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theEweekly Wrap

iPhone 5 – Mobile iPlayer – Bruce Willis not suing iTunes

Apple teases iPhone 5 launch

Apple appears to have revealed the launch date of the iPhone 5 after journalists were sent an invite featuring a number 12 casting a shadow resembling five.

It suggests that the company plans to reveal details of their new product in San Francisco next Wednesday (September 12), as they prepare to strike an early blow to Christmas market competitors Nokia and Motorola.

This marks Apple's first big move since the death of co-founder Steve Jobs in October 2011, and it is expected that the new device will be markedly different to the most recent model, iPhone 4S.

At this stage there are only rumours, but it is thought the screen size may increase from 3.5 to 4.2 inches, the body could be significantly thinner and the connector will require a nine-pin plug-in rather than the current 30-pin version.

The much-debated arrival of 4G in the UK may materialise with iPhone 5, but so far it appears this may only be the case for Orange customers. In the US, Apple will hope that they can force through a ban on eight Samsung devices as part of their ongoing patent dispute.


BBC iPlayer goes mobile

The BBC has announced that viewers can now download their favourite shows onto their mobile devices.

Previously, you could watch a show back online, but this would need to be paid for or come out of your internet allowance, and the shows only appeared for seven days after broadcast. Now, once you have it downloaded, you will be able to watch it up to 30 days later without needing to go on the internet.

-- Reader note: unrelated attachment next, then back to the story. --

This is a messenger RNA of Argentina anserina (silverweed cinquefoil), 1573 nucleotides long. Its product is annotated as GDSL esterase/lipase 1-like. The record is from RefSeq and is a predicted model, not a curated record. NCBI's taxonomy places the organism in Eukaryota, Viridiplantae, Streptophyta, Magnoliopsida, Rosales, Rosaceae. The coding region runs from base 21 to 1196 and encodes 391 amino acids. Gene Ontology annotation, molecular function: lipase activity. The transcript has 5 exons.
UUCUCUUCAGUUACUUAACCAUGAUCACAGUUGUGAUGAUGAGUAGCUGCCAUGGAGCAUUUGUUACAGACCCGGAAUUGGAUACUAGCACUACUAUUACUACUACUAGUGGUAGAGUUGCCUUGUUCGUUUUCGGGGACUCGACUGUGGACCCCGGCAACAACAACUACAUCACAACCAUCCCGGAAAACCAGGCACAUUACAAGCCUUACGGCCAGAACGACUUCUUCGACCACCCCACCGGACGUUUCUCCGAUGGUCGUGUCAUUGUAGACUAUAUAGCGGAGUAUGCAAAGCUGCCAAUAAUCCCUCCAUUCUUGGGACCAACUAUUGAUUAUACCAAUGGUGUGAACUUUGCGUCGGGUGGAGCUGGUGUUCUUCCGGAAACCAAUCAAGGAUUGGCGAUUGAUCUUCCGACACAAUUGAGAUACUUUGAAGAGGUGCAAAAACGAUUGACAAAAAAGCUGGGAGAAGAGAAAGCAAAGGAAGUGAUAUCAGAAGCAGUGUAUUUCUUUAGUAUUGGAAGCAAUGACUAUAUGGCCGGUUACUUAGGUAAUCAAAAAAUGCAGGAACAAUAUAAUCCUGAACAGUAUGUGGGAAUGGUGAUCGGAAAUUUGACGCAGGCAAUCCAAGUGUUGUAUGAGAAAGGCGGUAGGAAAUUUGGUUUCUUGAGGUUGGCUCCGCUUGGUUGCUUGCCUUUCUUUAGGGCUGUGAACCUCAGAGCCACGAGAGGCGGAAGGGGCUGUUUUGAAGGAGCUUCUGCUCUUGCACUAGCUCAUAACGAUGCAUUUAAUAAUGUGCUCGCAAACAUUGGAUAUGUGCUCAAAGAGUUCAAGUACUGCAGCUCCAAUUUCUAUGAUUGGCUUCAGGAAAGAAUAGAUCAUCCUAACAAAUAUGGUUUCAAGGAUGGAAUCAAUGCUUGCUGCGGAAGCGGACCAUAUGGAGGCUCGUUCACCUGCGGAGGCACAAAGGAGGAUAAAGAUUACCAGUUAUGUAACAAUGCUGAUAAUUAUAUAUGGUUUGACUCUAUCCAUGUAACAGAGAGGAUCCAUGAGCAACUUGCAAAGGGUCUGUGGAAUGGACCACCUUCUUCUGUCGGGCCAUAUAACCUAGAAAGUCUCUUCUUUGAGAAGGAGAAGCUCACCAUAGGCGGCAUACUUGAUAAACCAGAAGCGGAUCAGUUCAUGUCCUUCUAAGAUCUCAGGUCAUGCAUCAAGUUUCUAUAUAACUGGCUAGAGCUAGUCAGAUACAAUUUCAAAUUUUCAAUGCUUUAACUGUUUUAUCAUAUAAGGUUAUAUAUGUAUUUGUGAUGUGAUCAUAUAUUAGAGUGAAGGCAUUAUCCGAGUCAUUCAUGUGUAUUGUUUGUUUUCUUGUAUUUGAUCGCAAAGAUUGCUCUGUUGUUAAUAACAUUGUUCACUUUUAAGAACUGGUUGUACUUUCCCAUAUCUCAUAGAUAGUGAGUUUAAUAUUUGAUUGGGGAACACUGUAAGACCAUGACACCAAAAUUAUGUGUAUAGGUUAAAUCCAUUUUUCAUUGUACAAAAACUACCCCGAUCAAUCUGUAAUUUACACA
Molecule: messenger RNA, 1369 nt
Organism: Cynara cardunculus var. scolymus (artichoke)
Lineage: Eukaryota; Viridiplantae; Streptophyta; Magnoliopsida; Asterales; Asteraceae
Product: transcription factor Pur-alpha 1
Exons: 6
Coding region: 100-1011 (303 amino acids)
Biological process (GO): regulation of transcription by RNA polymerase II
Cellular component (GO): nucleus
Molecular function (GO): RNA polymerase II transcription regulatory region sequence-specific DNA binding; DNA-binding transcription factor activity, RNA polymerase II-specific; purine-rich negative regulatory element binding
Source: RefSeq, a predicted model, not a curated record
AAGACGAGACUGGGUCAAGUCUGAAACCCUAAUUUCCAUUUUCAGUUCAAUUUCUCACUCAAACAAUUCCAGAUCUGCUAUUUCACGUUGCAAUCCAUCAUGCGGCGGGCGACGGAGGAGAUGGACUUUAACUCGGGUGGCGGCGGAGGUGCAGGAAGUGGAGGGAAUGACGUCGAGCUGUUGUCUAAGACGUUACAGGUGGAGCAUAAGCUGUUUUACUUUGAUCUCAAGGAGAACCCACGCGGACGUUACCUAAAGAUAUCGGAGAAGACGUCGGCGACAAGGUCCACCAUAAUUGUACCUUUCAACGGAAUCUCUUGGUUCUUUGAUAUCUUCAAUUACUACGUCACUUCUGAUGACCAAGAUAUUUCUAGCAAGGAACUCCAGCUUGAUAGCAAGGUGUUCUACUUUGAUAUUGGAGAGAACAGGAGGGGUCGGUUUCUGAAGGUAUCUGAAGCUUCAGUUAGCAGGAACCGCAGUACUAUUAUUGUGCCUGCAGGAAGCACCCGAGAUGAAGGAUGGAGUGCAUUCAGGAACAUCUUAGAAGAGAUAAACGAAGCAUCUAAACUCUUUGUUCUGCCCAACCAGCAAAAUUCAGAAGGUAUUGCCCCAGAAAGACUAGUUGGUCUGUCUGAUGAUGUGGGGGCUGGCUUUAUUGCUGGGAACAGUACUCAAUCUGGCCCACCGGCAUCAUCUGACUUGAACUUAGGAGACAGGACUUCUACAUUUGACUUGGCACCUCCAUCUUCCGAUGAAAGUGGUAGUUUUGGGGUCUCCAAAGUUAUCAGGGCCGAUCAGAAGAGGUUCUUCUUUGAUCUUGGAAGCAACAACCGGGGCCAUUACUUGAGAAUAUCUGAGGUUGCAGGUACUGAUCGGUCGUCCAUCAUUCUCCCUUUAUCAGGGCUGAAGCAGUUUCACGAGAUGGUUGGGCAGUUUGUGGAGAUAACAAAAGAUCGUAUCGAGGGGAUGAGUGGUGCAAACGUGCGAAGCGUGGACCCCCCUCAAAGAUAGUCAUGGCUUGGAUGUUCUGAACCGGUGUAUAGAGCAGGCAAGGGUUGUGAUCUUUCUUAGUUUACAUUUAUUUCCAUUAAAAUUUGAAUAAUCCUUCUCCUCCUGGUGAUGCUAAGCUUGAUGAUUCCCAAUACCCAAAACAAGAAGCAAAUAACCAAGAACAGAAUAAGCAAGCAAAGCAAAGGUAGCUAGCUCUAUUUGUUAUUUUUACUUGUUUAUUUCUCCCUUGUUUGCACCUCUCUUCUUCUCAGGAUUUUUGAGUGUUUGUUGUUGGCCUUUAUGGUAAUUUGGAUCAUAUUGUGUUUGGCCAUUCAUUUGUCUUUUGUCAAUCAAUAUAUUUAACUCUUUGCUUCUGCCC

This option is currently only available to iPhone, iPad and iPod Touch users, but is set to be made available on Google Android imminently. There were 30 million requests for iPlayer content last month, which coupled with the fact that half of the UK owns a smartphone could see this become a popular move.

Rival broadcaster ITV is reportedly looking at making a similar service available for its ITV player catch-up service. However, while the BBC's programmes are free, as a commercial broadcaster ITV would have to charge a small fee for each downloaded show.


Willis wife rubbishes iTunes lawsuit rumour

Earlier this week it was widely reported that Hollywood star Bruce Willis was considering suing iTunes in an attempt to ensure his music collection could be bequeathed to his children when he dies.

The story alleged that Willis, who has appeared in films such as Die Hard, Armageddon and The Sixth Sense, was concerned that iTunes terms and conditions would mean his music would pass back to Apple rather than onto his daughters Rumer, Scout and Tallulah.

Journalists claimed that he had instructed lawyers to look into setting up 'family trusts' in a bid to keep hold of the songs, which The Sunday Times reported to include The Beatles, Led Zeppelin and "modern performers including Adele."

While some analysts went to great lengths to pick holes in the reports, Bruce's wife Emma Heming-Willis was more succinct in her response, simply tweeting: "It's not a true story."

Regardless of its accuracy, the story has highlighted the issue of iTunes download ownership for many users, and could end up sparking a serious debate on the subject.

Written by James Riches


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